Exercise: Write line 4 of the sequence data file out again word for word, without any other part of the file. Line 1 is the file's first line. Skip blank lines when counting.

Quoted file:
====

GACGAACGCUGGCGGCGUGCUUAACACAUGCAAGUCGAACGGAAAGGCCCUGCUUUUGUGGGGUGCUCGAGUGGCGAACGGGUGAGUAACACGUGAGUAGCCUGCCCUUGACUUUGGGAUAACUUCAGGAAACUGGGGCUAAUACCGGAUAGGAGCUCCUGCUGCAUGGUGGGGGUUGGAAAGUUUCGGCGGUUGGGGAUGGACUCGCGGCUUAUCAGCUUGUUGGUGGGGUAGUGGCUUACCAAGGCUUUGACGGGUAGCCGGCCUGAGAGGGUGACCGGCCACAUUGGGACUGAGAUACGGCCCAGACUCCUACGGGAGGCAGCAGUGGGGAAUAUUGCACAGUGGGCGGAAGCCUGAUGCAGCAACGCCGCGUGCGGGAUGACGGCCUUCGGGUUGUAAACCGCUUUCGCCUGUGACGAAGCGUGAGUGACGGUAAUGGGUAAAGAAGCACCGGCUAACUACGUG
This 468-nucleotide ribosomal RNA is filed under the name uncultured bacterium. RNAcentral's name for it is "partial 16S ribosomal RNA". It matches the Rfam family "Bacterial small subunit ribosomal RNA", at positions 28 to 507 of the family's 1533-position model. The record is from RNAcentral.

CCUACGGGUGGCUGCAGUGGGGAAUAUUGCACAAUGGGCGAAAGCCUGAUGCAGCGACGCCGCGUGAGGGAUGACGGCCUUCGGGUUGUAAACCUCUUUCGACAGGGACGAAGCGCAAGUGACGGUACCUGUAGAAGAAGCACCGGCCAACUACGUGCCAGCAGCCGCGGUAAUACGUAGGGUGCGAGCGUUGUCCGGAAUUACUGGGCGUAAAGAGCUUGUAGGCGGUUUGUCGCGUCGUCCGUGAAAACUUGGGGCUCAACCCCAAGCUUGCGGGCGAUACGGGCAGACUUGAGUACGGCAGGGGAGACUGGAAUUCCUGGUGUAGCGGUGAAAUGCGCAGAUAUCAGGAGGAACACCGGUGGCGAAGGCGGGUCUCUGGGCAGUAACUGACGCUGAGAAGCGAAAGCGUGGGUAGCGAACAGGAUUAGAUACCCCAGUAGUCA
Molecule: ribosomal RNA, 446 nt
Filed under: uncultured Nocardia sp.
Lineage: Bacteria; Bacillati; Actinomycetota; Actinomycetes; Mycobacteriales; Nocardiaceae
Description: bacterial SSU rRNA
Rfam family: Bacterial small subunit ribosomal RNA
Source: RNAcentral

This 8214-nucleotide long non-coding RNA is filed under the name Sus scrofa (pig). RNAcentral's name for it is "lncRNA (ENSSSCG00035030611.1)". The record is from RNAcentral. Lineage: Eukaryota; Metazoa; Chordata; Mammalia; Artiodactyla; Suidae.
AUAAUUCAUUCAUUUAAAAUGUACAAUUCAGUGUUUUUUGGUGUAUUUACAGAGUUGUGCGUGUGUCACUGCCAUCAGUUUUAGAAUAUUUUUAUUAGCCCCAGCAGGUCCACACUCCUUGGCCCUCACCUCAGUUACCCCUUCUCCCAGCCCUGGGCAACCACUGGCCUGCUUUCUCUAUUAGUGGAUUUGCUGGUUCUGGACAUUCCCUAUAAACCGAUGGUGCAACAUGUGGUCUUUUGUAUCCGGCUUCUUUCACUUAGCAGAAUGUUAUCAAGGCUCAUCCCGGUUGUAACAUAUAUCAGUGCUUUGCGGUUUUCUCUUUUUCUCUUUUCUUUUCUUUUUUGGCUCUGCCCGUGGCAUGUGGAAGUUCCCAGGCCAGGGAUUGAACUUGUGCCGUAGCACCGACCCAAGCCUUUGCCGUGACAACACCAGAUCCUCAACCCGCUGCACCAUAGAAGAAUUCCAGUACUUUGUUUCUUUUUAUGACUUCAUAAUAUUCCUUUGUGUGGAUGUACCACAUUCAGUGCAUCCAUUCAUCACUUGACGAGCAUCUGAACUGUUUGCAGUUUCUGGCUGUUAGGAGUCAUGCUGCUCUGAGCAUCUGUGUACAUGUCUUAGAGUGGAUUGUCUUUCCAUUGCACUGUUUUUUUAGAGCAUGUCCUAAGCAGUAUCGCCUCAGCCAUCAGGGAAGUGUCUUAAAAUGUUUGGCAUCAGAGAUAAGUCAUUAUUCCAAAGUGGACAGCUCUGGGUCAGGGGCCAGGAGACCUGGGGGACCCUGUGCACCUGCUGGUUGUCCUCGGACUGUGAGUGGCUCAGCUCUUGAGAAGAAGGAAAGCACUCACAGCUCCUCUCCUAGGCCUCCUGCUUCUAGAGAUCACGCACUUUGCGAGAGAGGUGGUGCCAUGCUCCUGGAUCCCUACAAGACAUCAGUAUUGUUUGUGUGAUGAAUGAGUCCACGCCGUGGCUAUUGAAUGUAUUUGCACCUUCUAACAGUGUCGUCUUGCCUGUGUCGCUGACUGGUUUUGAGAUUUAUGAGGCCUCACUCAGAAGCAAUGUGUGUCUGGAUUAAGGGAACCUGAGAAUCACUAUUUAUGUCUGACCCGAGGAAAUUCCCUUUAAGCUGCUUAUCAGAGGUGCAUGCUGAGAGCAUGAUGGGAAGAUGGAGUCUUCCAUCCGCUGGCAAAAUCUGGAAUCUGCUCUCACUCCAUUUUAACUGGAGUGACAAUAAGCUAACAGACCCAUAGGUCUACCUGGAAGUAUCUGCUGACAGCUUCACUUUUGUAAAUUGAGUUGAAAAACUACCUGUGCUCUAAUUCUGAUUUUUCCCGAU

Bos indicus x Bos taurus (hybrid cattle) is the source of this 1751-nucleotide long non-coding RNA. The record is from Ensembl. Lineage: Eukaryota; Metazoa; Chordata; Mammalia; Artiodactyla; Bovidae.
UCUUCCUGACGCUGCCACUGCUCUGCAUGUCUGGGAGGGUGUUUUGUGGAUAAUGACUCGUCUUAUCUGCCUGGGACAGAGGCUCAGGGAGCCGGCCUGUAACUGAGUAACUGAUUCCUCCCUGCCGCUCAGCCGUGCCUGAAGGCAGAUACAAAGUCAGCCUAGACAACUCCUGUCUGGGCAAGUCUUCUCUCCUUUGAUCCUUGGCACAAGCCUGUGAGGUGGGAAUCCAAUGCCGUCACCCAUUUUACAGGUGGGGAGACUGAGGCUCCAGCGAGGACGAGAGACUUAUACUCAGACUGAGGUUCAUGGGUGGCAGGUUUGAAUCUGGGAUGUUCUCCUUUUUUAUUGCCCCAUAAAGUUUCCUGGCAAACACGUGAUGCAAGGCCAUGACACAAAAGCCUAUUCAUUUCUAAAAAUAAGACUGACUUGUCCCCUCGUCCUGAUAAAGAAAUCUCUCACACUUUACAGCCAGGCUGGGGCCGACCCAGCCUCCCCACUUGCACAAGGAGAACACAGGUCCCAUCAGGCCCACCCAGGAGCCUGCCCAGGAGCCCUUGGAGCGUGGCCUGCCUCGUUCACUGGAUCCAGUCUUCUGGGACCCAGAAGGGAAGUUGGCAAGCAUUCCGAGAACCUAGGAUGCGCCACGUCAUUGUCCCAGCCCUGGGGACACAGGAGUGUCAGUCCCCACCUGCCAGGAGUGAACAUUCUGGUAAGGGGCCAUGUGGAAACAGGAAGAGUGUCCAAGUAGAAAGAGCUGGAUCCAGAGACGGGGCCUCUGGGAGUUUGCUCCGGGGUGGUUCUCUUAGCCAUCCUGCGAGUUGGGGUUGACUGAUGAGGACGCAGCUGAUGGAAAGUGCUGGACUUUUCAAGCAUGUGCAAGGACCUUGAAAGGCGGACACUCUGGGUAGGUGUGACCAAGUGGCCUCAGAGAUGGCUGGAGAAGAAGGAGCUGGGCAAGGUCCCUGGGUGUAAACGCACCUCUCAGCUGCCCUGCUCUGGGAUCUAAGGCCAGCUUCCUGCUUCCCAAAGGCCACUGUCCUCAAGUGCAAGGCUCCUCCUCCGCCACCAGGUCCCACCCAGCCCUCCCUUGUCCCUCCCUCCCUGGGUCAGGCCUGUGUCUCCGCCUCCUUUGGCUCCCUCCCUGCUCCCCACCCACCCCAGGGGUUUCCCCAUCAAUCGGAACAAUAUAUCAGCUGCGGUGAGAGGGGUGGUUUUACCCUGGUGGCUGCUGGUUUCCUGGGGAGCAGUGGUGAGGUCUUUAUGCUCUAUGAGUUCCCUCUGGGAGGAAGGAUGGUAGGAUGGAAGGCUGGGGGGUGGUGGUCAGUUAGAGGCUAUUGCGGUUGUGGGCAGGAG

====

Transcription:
Molecule: ribosomal RNA, 446 nt